This was all totally predictable and Barney Frank himself went on the record some time ago saying this would happen, and opposing the plan for that very reason. If our bureaucratic overlords can't even get something this simple right, it is by no means a stretch of the imagination to think that giant legislative monstrosities like the health care reform law, the rest of Dodd-Frank, the stimulus, and so forth, will have innumerable unintended consequences for taxpayers. The real kicker is that some of them might not be so "unintended" after all.
    Oct 4, 2011. 10:42 PM | 4 Likes Like |Link to Comment
  • The underlying message of the Wall Street protests is something the big banks and corporate America may finally have to grapple with before it becomes dangerous: accountability for unchecked power and greed. They're the "Tea Party with brains" - but what do they want in capitalism's place?  [View news story]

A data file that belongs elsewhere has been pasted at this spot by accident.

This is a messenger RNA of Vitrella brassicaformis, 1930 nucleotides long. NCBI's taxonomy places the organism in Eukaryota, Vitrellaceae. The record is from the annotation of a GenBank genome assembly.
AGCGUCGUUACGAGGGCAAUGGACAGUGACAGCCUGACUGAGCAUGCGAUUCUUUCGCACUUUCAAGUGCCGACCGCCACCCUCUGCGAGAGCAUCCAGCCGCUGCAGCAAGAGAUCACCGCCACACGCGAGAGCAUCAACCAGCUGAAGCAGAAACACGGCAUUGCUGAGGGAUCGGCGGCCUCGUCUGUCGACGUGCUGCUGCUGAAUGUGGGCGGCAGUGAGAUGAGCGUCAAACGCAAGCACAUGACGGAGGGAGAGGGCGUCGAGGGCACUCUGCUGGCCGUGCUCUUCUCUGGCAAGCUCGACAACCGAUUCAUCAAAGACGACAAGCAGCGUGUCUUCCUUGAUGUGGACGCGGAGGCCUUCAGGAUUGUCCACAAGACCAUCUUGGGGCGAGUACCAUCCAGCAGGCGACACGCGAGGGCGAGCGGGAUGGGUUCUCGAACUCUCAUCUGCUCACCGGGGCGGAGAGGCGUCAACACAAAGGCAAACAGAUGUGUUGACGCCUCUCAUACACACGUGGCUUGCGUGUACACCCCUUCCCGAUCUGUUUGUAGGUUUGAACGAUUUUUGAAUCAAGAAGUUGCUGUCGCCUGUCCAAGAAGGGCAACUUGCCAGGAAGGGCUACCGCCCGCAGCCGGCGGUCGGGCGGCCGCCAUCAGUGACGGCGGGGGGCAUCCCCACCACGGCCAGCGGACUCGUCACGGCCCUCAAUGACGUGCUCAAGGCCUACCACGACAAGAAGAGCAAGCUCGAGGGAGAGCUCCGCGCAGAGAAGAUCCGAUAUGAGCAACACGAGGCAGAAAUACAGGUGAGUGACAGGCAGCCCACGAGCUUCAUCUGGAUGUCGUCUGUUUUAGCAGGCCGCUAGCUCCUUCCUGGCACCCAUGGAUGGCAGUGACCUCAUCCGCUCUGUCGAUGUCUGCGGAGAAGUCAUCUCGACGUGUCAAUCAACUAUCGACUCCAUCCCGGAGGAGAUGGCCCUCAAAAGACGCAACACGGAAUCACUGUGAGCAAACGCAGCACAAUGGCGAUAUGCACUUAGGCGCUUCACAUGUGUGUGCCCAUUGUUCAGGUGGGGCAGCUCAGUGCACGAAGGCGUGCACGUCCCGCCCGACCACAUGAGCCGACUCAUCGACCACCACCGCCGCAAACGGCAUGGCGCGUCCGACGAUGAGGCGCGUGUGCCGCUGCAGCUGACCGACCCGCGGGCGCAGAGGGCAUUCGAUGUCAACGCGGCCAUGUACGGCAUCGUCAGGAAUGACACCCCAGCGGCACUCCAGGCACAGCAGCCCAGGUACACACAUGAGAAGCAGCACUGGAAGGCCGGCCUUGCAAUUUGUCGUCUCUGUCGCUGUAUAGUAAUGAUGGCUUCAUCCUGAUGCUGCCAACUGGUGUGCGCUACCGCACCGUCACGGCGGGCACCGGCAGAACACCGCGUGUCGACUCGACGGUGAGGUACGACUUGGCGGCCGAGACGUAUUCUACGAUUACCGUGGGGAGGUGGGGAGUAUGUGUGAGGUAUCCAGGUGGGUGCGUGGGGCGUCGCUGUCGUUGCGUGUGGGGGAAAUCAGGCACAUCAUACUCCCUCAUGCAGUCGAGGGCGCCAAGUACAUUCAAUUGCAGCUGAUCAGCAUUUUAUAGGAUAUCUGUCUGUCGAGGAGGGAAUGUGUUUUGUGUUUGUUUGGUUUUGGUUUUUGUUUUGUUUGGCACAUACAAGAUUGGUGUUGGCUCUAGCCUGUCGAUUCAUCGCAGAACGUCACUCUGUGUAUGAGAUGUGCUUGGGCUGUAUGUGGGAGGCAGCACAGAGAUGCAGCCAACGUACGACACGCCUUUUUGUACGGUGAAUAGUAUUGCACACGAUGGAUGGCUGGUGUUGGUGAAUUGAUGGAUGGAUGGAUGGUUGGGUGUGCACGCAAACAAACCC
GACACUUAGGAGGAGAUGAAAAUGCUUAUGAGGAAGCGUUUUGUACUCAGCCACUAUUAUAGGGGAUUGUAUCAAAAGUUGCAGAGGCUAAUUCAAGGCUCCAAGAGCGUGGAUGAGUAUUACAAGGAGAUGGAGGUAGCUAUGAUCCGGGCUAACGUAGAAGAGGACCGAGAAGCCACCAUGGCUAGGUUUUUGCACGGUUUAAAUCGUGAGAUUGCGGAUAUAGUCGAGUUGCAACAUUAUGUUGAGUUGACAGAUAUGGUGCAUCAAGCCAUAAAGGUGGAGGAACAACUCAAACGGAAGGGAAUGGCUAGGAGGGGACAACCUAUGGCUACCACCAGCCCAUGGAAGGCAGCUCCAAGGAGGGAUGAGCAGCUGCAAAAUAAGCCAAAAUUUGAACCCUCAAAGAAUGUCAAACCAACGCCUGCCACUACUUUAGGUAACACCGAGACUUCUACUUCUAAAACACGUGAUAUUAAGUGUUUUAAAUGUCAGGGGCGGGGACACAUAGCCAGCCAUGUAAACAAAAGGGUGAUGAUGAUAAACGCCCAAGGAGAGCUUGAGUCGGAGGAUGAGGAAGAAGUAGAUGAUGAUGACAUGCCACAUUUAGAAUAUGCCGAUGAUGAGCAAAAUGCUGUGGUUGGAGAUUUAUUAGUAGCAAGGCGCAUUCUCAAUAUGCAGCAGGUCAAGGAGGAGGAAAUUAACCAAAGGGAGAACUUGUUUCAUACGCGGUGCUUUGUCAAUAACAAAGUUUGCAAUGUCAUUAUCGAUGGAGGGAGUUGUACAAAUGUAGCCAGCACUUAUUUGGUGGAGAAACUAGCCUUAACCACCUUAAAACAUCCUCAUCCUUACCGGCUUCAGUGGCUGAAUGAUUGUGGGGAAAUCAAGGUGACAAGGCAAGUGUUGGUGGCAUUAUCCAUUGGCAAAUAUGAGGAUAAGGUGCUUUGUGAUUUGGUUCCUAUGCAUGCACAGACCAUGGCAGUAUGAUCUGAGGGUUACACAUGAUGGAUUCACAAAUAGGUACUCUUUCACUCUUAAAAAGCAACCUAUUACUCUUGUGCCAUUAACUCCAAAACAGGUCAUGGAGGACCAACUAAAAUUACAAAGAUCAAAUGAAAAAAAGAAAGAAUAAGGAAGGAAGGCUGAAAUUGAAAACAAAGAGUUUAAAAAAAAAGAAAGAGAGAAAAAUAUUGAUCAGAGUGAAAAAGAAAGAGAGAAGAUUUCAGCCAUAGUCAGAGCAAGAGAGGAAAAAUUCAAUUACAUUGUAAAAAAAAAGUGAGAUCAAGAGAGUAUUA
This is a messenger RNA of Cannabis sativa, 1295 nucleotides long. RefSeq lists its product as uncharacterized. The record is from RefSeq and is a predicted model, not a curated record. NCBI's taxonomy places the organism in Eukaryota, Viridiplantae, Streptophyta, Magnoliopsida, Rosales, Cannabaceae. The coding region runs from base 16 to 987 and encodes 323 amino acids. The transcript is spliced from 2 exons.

Sorry, Virginia, you're uninformed. These brats have openly stated their opposition to "capitalism," whatever that word means to them.
    Oct 4, 2011. 10:23 PM | 4 Likes Like |Link to Comment
  • The underlying message of the Wall Street protests is something the big banks and corporate America may finally have to grapple with before it becomes dangerous: accountability for unchecked power and greed. They're the "Tea Party with brains" - but what do they want in capitalism's place?  [View news story]
    We have a strict "no trolls" policy, you know.
    Oct 4, 2011. 09:49 PM | 4 Likes Like |Link to Comment
  • Bear Raiders: The Dark Side Of Short Selling [View article]
    Calling short sellers "thieves" when markets are by definition a voluntary exchange is preposterous.
    Sep 30, 2011. 04:25 PM | 4 Likes Like |Link to Comment
  • Bear Raiders: The Dark Side Of Short Selling [View article]
    Another absurd article blaming other people for the author's inability to pick winners. Everyone is either a victim or a victimizer in Ellen Brown's world. How convenient that she is a lawyer.